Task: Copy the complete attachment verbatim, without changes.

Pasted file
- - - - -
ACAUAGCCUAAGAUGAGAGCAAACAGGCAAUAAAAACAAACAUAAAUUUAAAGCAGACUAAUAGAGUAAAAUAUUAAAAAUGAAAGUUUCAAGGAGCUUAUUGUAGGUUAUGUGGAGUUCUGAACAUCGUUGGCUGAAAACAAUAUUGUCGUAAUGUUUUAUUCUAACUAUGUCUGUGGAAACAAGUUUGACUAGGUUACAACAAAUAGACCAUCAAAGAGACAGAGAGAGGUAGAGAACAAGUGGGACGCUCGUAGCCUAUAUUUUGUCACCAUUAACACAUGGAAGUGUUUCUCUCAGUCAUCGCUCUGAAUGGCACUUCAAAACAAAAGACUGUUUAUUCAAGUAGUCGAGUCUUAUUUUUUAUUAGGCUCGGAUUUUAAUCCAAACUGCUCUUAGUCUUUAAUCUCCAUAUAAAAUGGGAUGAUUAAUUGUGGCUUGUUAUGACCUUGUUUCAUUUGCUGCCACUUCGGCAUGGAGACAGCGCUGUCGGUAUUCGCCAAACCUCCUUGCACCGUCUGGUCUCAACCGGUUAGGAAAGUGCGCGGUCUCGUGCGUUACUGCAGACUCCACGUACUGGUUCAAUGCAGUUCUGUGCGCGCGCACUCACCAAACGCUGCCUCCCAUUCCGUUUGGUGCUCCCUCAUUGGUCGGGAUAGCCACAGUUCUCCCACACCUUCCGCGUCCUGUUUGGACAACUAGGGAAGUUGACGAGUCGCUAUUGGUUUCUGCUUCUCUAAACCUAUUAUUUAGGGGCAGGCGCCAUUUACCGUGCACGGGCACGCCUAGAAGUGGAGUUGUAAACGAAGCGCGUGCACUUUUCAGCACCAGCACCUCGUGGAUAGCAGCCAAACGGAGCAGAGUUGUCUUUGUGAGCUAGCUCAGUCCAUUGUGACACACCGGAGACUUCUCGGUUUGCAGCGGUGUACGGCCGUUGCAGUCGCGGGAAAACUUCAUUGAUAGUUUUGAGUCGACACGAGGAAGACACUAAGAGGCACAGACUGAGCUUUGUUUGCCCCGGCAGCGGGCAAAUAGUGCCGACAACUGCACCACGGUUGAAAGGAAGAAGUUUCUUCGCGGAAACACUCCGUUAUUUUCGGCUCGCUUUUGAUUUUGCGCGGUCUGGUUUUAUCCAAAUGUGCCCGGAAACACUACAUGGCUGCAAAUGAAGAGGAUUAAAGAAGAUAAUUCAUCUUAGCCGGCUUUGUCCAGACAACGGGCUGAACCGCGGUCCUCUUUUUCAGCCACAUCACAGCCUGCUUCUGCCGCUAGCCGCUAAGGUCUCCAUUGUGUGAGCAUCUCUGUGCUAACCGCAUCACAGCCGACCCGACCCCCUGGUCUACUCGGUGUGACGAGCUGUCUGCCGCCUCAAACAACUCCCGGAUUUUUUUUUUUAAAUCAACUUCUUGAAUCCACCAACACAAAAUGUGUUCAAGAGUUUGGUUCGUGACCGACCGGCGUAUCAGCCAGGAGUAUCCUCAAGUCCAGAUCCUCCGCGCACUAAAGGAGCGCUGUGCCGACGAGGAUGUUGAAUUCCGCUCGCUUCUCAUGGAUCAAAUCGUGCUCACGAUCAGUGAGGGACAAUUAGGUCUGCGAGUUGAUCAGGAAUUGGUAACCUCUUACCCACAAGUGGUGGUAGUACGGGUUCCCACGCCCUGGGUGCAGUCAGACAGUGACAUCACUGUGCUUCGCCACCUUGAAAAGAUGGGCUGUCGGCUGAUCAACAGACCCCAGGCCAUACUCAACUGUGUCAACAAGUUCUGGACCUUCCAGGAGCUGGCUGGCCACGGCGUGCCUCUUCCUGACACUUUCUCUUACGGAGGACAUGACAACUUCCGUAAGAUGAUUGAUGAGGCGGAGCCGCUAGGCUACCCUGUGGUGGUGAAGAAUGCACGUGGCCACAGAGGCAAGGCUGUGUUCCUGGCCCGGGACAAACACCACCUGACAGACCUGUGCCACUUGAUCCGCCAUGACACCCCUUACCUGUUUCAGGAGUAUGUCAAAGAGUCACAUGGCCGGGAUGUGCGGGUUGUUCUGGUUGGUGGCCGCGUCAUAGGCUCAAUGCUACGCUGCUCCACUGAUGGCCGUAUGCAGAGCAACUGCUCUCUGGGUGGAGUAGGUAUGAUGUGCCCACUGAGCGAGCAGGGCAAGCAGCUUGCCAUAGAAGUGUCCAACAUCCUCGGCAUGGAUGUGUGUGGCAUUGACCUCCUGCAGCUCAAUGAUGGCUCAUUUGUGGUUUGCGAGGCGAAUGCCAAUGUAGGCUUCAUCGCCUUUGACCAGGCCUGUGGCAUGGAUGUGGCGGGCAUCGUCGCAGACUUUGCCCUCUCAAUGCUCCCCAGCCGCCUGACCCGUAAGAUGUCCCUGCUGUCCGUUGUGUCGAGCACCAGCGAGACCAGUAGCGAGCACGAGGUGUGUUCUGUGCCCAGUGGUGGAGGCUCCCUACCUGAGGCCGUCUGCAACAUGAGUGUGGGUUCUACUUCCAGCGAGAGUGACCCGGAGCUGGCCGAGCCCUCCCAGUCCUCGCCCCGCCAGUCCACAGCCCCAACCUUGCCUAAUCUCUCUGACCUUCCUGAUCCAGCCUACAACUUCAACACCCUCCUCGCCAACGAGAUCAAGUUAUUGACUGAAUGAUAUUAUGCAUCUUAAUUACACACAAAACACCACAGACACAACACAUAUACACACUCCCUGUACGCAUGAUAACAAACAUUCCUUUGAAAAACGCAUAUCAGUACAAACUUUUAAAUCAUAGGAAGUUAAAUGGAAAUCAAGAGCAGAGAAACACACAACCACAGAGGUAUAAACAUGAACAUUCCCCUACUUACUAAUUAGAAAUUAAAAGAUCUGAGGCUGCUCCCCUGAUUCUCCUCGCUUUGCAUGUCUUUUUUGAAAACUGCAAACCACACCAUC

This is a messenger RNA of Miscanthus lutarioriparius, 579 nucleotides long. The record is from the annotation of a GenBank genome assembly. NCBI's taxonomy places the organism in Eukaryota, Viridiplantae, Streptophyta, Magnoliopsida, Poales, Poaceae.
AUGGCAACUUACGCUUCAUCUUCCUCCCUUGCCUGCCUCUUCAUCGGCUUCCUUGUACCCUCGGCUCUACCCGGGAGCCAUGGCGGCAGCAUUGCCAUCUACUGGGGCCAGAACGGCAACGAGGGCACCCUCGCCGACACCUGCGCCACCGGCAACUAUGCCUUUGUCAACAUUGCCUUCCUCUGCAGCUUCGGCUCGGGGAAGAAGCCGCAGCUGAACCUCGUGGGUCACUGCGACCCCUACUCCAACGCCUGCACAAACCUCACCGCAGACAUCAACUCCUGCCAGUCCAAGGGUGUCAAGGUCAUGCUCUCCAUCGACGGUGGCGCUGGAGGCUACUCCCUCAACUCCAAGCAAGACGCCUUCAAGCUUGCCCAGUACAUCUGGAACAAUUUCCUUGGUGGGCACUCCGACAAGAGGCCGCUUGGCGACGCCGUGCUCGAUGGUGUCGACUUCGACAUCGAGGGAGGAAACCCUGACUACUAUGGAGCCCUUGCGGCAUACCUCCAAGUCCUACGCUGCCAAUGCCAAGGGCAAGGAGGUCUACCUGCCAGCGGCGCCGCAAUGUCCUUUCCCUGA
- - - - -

ACAUAGCCUAAGAUGAGAGCAAACAGGCAAUAAAAACAAACAUAAAUUUAAAGCAGACUAAUAGAGUAAAAUAUUAAAAAUGAAAGUUUCAAGGAGCUUAUUGUAGGUUAUGUGGAGUUCUGAACAUCGUUGGCUGAAAACAAUAUUGUCGUAAUGUUUUAUUCUAACUAUGUCUGUGGAAACAAGUUUGACUAGGUUACAACAAAUAGACCAUCAAAGAGACAGAGAGAGGUAGAGAACAAGUGGGACGCUCGUAGCCUAUAUUUUGUCACCAUUAACACAUGGAAGUGUUUCUCUCAGUCAUCGCUCUGAAUGGCACUUCAAAACAAAAGACUGUUUAUUCAAGUAGUCGAGUCUUAUUUUUUAUUAGGCUCGGAUUUUAAUCCAAACUGCUCUUAGUCUUUAAUCUCCAUAUAAAAUGGGAUGAUUAAUUGUGGCUUGUUAUGACCUUGUUUCAUUUGCUGCCACUUCGGCAUGGAGACAGCGCUGUCGGUAUUCGCCAAACCUCCUUGCACCGUCUGGUCUCAACCGGUUAGGAAAGUGCGCGGUCUCGUGCGUUACUGCAGACUCCACGUACUGGUUCAAUGCAGUUCUGUGCGCGCGCACUCACCAAACGCUGCCUCCCAUUCCGUUUGGUGCUCCCUCAUUGGUCGGGAUAGCCACAGUUCUCCCACACCUUCCGCGUCCUGUUUGGACAACUAGGGAAGUUGACGAGUCGCUAUUGGUUUCUGCUUCUCUAAACCUAUUAUUUAGGGGCAGGCGCCAUUUACCGUGCACGGGCACGCCUAGAAGUGGAGUUGUAAACGAAGCGCGUGCACUUUUCAGCACCAGCACCUCGUGGAUAGCAGCCAAACGGAGCAGAGUUGUCUUUGUGAGCUAGCUCAGUCCAUUGUGACACACCGGAGACUUCUCGGUUUGCAGCGGUGUACGGCCGUUGCAGUCGCGGGAAAACUUCAUUGAUAGUUUUGAGUCGACACGAGGAAGACACUAAGAGGCACAGACUGAGCUUUGUUUGCCCCGGCAGCGGGCAAAUAGUGCCGACAACUGCACCACGGUUGAAAGGAAGAAGUUUCUUCGCGGAAACACUCCGUUAUUUUCGGCUCGCUUUUGAUUUUGCGCGGUCUGGUUUUAUCCAAAUGUGCCCGGAAACACUACAUGGCUGCAAAUGAAGAGGAUUAAAGAAGAUAAUUCAUCUUAGCCGGCUUUGUCCAGACAACGGGCUGAACCGCGGUCCUCUUUUUCAGCCACAUCACAGCCUGCUUCUGCCGCUAGCCGCUAAGGUCUCCAUUGUGUGAGCAUCUCUGUGCUAACCGCAUCACAGCCGACCCGACCCCCUGGUCUACUCGGUGUGACGAGCUGUCUGCCGCCUCAAACAACUCCCGGAUUUUUUUUUUUAAAUCAACUUCUUGAAUCCACCAACACAAAAUGUGUUCAAGAGUUUGGUUCGUGACCGACCGGCGUAUCAGCCAGGAGUAUCCUCAAGUCCAGAUCCUCCGCGCACUAAAGGAGCGCUGUGCCGACGAGGAUGUUGAAUUCCGCUCGCUUCUCAUGGAUCAAAUCGUGCUCACGAUCAGUGAGGGACAAUUAGGUCUGCGAGUUGAUCAGGAAUUGGUAACCUCUUACCCACAAGUGGUGGUAGUACGGGUUCCCACGCCCUGGGUGCAGUCAGACAGUGACAUCACUGUGCUUCGCCACCUUGAAAAGAUGGGCUGUCGGCUGAUCAACAGACCCCAGGCCAUACUCAACUGUGUCAACAAGUUCUGGACCUUCCAGGAGCUGGCUGGCCACGGCGUGCCUCUUCCUGACACUUUCUCUUACGGAGGACAUGACAACUUCCGUAAGAUGAUUGAUGAGGCGGAGCCGCUAGGCUACCCUGUGGUGGUGAAGAAUGCACGUGGCCACAGAGGCAAGGCUGUGUUCCUGGCCCGGGACAAACACCACCUGACAGACCUGUGCCACUUGAUCCGCCAUGACACCCCUUACCUGUUUCAGGAGUAUGUCAAAGAGUCACAUGGCCGGGAUGUGCGGGUUGUUCUGGUUGGUGGCCGCGUCAUAGGCUCAAUGCUACGCUGCUCCACUGAUGGCCGUAUGCAGAGCAACUGCUCUCUGGGUGGAGUAGGUAUGAUGUGCCCACUGAGCGAGCAGGGCAAGCAGCUUGCCAUAGAAGUGUCCAACAUCCUCGGCAUGGAUGUGUGUGGCAUUGACCUCCUGCAGCUCAAUGAUGGCUCAUUUGUGGUUUGCGAGGCGAAUGCCAAUGUAGGCUUCAUCGCCUUUGACCAGGCCUGUGGCAUGGAUGUGGCGGGCAUCGUCGCAGACUUUGCCCUCUCAAUGCUCCCCAGCCGCCUGACCCGUAAGAUGUCCCUGCUGUCCGUUGUGUCGAGCACCAGCGAGACCAGUAGCGAGCACGAGGUGUGUUCUGUGCCCAGUGGUGGAGGCUCCCUACCUGAGGCCGUCUGCAACAUGAGUGUGGGUUCUACUUCCAGCGAGAGUGACCCGGAGCUGGCCGAGCCCUCCCAGUCCUCGCCCCGCCAGUCCACAGCCCCAACCUUGCCUAAUCUCUCUGACCUUCCUGAUCCAGCCUACAACUUCAACACCCUCCUCGCCAACGAGAUCAAGUUAUUGACUGAAUGAUAUUAUGCAUCUUAAUUACACACAAAACACCACAGACACAACACAUAUACACACUCCCUGUACGCAUGAUAACAAACAUUCCUUUGAAAAACGCAUAUCAGUACAAACUUUUAAAUCAUAGGAAGUUAAAUGGAAAUCAAGAGCAGAGAAACACACAACCACAGAGGUAUAAACAUGAACAUUCCCCUACUUACUAAUUAGAAAUUAAAAGAUCUGAGGCUGCUCCCCUGAUUCUCCUCGCUUUGCAUGUCUUUUUUGAAAACUGCAAACCACACCAUC

This is a messenger RNA of Miscanthus lutarioriparius, 579 nucleotides long. The record is from the annotation of a GenBank genome assembly. NCBI's taxonomy places the organism in Eukaryota, Viridiplantae, Streptophyta, Magnoliopsida, Poales, Poaceae.
AUGGCAACUUACGCUUCAUCUUCCUCCCUUGCCUGCCUCUUCAUCGGCUUCCUUGUACCCUCGGCUCUACCCGGGAGCCAUGGCGGCAGCAUUGCCAUCUACUGGGGCCAGAACGGCAACGAGGGCACCCUCGCCGACACCUGCGCCACCGGCAACUAUGCCUUUGUCAACAUUGCCUUCCUCUGCAGCUUCGGCUCGGGGAAGAAGCCGCAGCUGAACCUCGUGGGUCACUGCGACCCCUACUCCAACGCCUGCACAAACCUCACCGCAGACAUCAACUCCUGCCAGUCCAAGGGUGUCAAGGUCAUGCUCUCCAUCGACGGUGGCGCUGGAGGCUACUCCCUCAACUCCAAGCAAGACGCCUUCAAGCUUGCCCAGUACAUCUGGAACAAUUUCCUUGGUGGGCACUCCGACAAGAGGCCGCUUGGCGACGCCGUGCUCGAUGGUGUCGACUUCGACAUCGAGGGAGGAAACCCUGACUACUAUGGAGCCCUUGCGGCAUACCUCCAAGUCCUACGCUGCCAAUGCCAAGGGCAAGGAGGUCUACCUGCCAGCGGCGCCGCAAUGUCCUUUCCCUGA